Coco escribió:David es familiar de "El Niño"?


Iba a subir un video de " El Niño"
Es lo mismo q hace el sacando alguna cosa rara tipo ex swing de fowler
Va video
http://youtu.be/kgjBJndakSY

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Mensaje sin leerpor Coco » Vie May 22, 2015 9:48 pm

Me refería al Sergio del foro... que le habla en ingles a la pelota y se acogota con los lompas como David
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Mensaje sin leerpor Duval » Mié Jun 03, 2015 11:01 am

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Mensaje sin leerpor Duval » Mié Jun 03, 2015 1:30 pm

Imagen
A Biomechanical Look at David Leadbetter’s “A Swing”

The seed for what would blossom into the A Swing was planted back in 1998, while I was visiting David Leadbetter at his academy headquarters in Florida. As time went by, our discussions about the A Swing deepened, which, as a biomechanist specializing in sports, excited me tremendously.

While about 10 years in the making, the A Swing has now made its debut to the world. I feel proud to have helped David realize his dream of developing a swing that maximizes energy efficiency, employs a minimum of body movement, is easier and simpler to repeat and is far less stressful on the body than conventional golf swings. In a manner that I hope all will understand, I’d like to present and explain a few of the A Swing’s key biomechanical facts and principals and offer some of the reasons why the swing works as well as it does.

First, the A Swing (which stands for the Alternative Swing) isn’t based on flat, two-dimensional Euclidean geometry. The golf swing unfolds in the same three-dimensional space we all live and act in every day, so one needs to think about the golf swing and frame it within the voluminous space of the real world as well.

With this in mind, we can compare the biomechanical efficiency and overall efficacy of the A Swing to a helicopter’s blade revolving around the fixed axis of its stable hub. A helicopter can, like a gyroscope, nimbly and precisely tilt and shift the plane of its orientation while flying in space without disturbing the constant rotation of its blade — just as a golfers tilt their bodies while swinging their arms and club around the hub of their spines. This is why the helicopter metaphor is a very good one for the A Swing, whose set-up posture, alignment, grip and flat-arm swing/steeply set shaft backswing motion has been designed to swing in sync with the body’s stable hub-like pivoting action, which we will shortly discuss. Our research reveals that golfers can repeat their A Swings with less of a need to make last-moment arms and hands compensations before impact than when executing conventional swings.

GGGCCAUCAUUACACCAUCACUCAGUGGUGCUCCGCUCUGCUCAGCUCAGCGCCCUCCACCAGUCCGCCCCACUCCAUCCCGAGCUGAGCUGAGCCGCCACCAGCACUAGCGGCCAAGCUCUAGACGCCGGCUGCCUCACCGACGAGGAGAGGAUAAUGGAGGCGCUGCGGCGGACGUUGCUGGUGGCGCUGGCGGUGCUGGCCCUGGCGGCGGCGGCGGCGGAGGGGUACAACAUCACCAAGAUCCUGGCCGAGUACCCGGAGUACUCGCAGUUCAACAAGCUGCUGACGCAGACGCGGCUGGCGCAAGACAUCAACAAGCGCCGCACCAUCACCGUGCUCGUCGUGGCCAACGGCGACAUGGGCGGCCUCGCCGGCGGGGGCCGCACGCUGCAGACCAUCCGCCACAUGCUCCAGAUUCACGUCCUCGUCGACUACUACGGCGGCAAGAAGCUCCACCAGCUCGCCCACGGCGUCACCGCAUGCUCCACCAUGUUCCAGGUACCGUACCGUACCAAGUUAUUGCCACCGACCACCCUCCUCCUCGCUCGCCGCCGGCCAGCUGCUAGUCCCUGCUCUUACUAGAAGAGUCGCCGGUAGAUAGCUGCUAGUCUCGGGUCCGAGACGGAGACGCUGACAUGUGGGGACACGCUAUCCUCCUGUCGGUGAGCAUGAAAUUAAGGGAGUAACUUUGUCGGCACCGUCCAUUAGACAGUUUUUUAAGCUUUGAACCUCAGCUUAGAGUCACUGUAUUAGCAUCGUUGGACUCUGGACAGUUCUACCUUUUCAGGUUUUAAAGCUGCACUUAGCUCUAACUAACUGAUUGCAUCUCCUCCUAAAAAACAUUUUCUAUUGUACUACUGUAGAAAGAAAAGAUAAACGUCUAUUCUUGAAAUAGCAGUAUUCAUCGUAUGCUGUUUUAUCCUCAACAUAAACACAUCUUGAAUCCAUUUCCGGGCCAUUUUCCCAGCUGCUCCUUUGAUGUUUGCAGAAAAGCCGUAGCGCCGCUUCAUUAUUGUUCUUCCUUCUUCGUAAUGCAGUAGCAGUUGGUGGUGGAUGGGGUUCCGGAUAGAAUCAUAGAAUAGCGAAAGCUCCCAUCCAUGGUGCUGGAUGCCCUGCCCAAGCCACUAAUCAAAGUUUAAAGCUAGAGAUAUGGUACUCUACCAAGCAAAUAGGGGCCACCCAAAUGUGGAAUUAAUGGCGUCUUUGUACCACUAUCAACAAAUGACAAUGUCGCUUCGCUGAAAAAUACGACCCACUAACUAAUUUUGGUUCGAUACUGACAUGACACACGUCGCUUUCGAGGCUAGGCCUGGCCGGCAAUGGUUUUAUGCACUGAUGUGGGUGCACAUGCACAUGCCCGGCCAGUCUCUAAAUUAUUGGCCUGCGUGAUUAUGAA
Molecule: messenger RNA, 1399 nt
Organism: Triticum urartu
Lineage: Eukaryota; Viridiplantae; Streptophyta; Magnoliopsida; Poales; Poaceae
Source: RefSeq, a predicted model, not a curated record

The Traditional Backswing vs. The A Swing Backswing
Imagen

The A Swing is unique among contemporary swing philosophies in that it values and considers the biology part of biomechanics as much as it does the mechanical side. In this context I want to discuss with you the importance the A Swing places on the use and control of the body’s deep core muscles of the entire torso, from the abdomen up through the chest. Anatomically known as the abdominal-thoracic hydro pneumatic caisson, this organic structure of bone, muscle, organs and other tissue establishes a composite beam, or girder-like structure, around which the several kinematic muscular chains of the golf swing revolve.

In more layman’s terms, it is this core “unit” which in tying into the muscles of the golfer’s shoulders, pelvis, hips and legs both transmits and stabilizes the golfer’s motion throughout the swing. The correct and sustained engagement of the body’s core is an inviolable principal of the A Swing, and when golfers fully engage and sustain the contraction of their core muscles throughout the entire swing, they reap the benefits of a tremendously stable and repeatable swing that produces power and accuracy on a consistent basis.